freud and neurosis
Freud and Neurosis Sigmund Feud believed that religion was simply an illusion. His theory is based on the belief that human impulse is to murder and be promiscuous. If that assumption is correct, then his theory that religion is helping to prohibit these impulses, can have some merit. However, since it is impossible to ascertain the nature of man, it is impossible to determine whether religion is actually helping to prevent these impulses. Freud claims that moral prohibitions would not be obeyed by a majority of people if there were not external coercions, but there are many people who are not religious and yet do not murder or have sex with anyone they want. Thus, seems unlikely that religion alone could help to renounce these impulses. Freud, of course, would say that other things can serve as sublimation for the sexual urges, but this theory cannot be tested because you can never find a person who is free of every thing which might be seen as sublimation. Like Durkheim, Freud saw religion as originating in the realization that there is a force greater than the individual. However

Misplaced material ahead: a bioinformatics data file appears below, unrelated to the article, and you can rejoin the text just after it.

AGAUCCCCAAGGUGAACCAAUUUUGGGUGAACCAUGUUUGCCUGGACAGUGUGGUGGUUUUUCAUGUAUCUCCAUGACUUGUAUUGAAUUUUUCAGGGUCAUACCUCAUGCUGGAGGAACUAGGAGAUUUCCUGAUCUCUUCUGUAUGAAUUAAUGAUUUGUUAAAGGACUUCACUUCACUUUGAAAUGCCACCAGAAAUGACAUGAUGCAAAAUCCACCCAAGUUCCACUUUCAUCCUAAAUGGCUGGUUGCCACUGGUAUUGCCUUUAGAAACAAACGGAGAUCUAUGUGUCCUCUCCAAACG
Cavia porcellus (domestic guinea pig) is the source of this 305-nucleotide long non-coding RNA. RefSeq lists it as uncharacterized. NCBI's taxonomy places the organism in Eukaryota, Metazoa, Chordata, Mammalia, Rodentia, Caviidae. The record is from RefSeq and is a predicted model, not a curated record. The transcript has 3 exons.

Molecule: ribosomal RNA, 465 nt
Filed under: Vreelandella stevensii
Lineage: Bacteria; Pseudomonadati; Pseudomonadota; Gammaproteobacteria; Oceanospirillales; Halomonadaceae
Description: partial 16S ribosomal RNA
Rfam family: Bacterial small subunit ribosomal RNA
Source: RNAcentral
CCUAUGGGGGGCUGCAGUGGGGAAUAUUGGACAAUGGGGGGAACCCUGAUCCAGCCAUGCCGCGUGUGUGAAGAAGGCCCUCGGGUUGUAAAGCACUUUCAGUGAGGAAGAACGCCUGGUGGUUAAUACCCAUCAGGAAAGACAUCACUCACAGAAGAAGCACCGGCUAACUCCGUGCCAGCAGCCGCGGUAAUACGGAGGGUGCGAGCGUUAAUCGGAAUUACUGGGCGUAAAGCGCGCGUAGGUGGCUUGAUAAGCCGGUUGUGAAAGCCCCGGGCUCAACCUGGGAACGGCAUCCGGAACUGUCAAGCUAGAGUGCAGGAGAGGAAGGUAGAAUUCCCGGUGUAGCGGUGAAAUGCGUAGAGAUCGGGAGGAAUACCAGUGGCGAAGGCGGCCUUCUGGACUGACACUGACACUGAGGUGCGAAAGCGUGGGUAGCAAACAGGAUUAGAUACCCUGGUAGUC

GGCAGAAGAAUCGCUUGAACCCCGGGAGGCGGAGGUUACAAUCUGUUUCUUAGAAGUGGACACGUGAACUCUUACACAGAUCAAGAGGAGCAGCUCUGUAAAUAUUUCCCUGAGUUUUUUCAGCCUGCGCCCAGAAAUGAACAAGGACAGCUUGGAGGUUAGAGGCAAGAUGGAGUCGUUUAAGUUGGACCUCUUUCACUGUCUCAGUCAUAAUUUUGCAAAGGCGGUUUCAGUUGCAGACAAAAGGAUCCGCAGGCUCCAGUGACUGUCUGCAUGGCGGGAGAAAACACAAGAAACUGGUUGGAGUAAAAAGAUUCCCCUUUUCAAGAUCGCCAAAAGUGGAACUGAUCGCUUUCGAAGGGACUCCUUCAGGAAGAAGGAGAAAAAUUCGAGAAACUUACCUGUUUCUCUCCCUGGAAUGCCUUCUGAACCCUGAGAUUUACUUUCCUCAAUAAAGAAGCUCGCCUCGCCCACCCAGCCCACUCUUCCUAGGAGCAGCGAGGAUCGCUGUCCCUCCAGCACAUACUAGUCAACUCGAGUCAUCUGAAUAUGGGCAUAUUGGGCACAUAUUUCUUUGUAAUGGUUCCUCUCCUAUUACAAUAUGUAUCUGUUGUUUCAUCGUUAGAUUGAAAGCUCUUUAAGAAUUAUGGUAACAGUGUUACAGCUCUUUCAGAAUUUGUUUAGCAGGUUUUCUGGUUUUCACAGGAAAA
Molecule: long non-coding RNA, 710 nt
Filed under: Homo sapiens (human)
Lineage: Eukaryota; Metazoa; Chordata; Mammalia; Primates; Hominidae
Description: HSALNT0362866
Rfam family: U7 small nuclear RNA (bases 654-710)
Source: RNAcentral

This is not a talk show in which he is directly answeringquestions, not does he state who his opponents are. For some, their scientific research causes greater belief in religion and the existenceof a greater power. Religion would be to the ancients what science isnow, explaining earthquakes and tornadoes as acts of the gods. For any exception to the rule that is found, Freudwould be able to explain the exception as just another manifestation of his theories. Another important distinction is made between science and religious ideas in Freud"tms assessment of religious ideas as illusion. It is like a trial in which one person"tms word is set up against another person"tms. Here again, though, there is no proof for this statement. However, it is ironic that Freud would distinguish these illusions from science. Since manyancient religions have gods that are of natural origin, this theory makes sense. , where Durkheim saw that force as society, Freud saw the force as nature, which issuperior. Instead of simplywriting about the topic at hand to the best of his ability, he feels it necessary to pose questions to himself and then answer thosequestions. In an effort to relate to and eventually influence that nature, man personifies nature, in the form of gods. He says that science is "the onlyroad which can lead us to a knowledge of reality outside ourselves" (40). He likens a wish forthe Messiah to come to earth to a little girl"tms wish that a prince will come and take her away. But in this case, noteven Freud could know if he was correct in his assumptions.
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